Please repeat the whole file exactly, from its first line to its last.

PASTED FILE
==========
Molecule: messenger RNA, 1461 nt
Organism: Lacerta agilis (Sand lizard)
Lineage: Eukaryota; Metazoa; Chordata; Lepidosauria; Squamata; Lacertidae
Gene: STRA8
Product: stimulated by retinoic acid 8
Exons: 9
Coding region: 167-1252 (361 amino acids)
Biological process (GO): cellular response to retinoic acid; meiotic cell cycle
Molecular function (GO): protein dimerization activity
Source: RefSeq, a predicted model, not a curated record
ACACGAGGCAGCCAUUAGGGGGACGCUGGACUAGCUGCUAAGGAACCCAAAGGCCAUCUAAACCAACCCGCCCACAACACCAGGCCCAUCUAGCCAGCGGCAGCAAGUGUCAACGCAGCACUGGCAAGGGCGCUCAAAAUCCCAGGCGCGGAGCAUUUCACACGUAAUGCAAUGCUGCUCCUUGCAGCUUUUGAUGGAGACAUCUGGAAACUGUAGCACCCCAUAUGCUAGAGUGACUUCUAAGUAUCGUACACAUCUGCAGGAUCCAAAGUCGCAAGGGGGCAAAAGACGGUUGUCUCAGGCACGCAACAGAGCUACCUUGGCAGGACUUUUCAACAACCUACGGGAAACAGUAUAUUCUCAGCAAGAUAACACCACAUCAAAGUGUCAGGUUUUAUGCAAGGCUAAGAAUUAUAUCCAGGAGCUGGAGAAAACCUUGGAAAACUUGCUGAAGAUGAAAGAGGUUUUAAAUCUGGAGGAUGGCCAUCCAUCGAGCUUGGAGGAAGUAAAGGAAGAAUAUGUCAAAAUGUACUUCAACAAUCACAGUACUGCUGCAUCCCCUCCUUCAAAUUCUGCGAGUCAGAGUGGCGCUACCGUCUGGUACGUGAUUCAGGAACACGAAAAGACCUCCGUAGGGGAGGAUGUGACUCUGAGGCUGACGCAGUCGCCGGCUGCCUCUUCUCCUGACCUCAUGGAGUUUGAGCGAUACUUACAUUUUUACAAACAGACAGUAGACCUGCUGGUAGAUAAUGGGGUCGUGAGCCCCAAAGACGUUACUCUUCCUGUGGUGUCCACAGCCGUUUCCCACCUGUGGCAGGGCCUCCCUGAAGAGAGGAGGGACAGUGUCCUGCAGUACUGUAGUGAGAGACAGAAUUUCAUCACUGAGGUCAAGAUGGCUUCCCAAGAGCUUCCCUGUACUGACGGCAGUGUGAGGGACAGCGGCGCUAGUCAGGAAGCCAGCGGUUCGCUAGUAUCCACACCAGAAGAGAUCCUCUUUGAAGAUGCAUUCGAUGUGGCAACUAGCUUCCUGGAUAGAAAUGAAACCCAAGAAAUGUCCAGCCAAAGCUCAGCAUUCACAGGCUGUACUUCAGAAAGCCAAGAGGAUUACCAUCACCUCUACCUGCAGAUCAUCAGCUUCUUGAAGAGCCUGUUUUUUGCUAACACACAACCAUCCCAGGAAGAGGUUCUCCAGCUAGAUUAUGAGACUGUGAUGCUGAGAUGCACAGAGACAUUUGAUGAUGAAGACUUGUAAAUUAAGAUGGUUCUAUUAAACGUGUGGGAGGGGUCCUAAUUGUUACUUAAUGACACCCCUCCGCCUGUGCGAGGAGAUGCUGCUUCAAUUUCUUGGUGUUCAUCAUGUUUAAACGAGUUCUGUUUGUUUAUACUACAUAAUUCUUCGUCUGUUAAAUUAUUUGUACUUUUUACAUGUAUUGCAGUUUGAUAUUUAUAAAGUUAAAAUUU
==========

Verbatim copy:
Molecule: messenger RNA, 1461 nt
Organism: Lacerta agilis (Sand lizard)
Lineage: Eukaryota; Metazoa; Chordata; Lepidosauria; Squamata; Lacertidae
Gene: STRA8
Product: stimulated by retinoic acid 8
Exons: 9
Coding region: 167-1252 (361 amino acids)
Biological process (GO): cellular response to retinoic acid; meiotic cell cycle
Molecular function (GO): protein dimerization activity
Source: RefSeq, a predicted model, not a curated record
ACACGAGGCAGCCAUUAGGGGGACGCUGGACUAGCUGCUAAGGAACCCAAAGGCCAUCUAAACCAACCCGCCCACAACACCAGGCCCAUCUAGCCAGCGGCAGCAAGUGUCAACGCAGCACUGGCAAGGGCGCUCAAAAUCCCAGGCGCGGAGCAUUUCACACGUAAUGCAAUGCUGCUCCUUGCAGCUUUUGAUGGAGACAUCUGGAAACUGUAGCACCCCAUAUGCUAGAGUGACUUCUAAGUAUCGUACACAUCUGCAGGAUCCAAAGUCGCAAGGGGGCAAAAGACGGUUGUCUCAGGCACGCAACAGAGCUACCUUGGCAGGACUUUUCAACAACCUACGGGAAACAGUAUAUUCUCAGCAAGAUAACACCACAUCAAAGUGUCAGGUUUUAUGCAAGGCUAAGAAUUAUAUCCAGGAGCUGGAGAAAACCUUGGAAAACUUGCUGAAGAUGAAAGAGGUUUUAAAUCUGGAGGAUGGCCAUCCAUCGAGCUUGGAGGAAGUAAAGGAAGAAUAUGUCAAAAUGUACUUCAACAAUCACAGUACUGCUGCAUCCCCUCCUUCAAAUUCUGCGAGUCAGAGUGGCGCUACCGUCUGGUACGUGAUUCAGGAACACGAAAAGACCUCCGUAGGGGAGGAUGUGACUCUGAGGCUGACGCAGUCGCCGGCUGCCUCUUCUCCUGACCUCAUGGAGUUUGAGCGAUACUUACAUUUUUACAAACAGACAGUAGACCUGCUGGUAGAUAAUGGGGUCGUGAGCCCCAAAGACGUUACUCUUCCUGUGGUGUCCACAGCCGUUUCCCACCUGUGGCAGGGCCUCCCUGAAGAGAGGAGGGACAGUGUCCUGCAGUACUGUAGUGAGAGACAGAAUUUCAUCACUGAGGUCAAGAUGGCUUCCCAAGAGCUUCCCUGUACUGACGGCAGUGUGAGGGACAGCGGCGCUAGUCAGGAAGCCAGCGGUUCGCUAGUAUCCACACCAGAAGAGAUCCUCUUUGAAGAUGCAUUCGAUGUGGCAACUAGCUUCCUGGAUAGAAAUGAAACCCAAGAAAUGUCCAGCCAAAGCUCAGCAUUCACAGGCUGUACUUCAGAAAGCCAAGAGGAUUACCAUCACCUCUACCUGCAGAUCAUCAGCUUCUUGAAGAGCCUGUUUUUUGCUAACACACAACCAUCCCAGGAAGAGGUUCUCCAGCUAGAUUAUGAGACUGUGAUGCUGAGAUGCACAGAGACAUUUGAUGAUGAAGACUUGUAAAUUAAGAUGGUUCUAUUAAACGUGUGGGAGGGGUCCUAAUUGUUACUUAAUGACACCCCUCCGCCUGUGCGAGGAGAUGCUGCUUCAAUUUCUUGGUGUUCAUCAUGUUUAAACGAGUUCUGUUUGUUUAUACUACAUAAUUCUUCGUCUGUUAAAUUAUUUGUACUUUUUACAUGUAUUGCAGUUUGAUAUUUAUAAAGUUAAAAUUU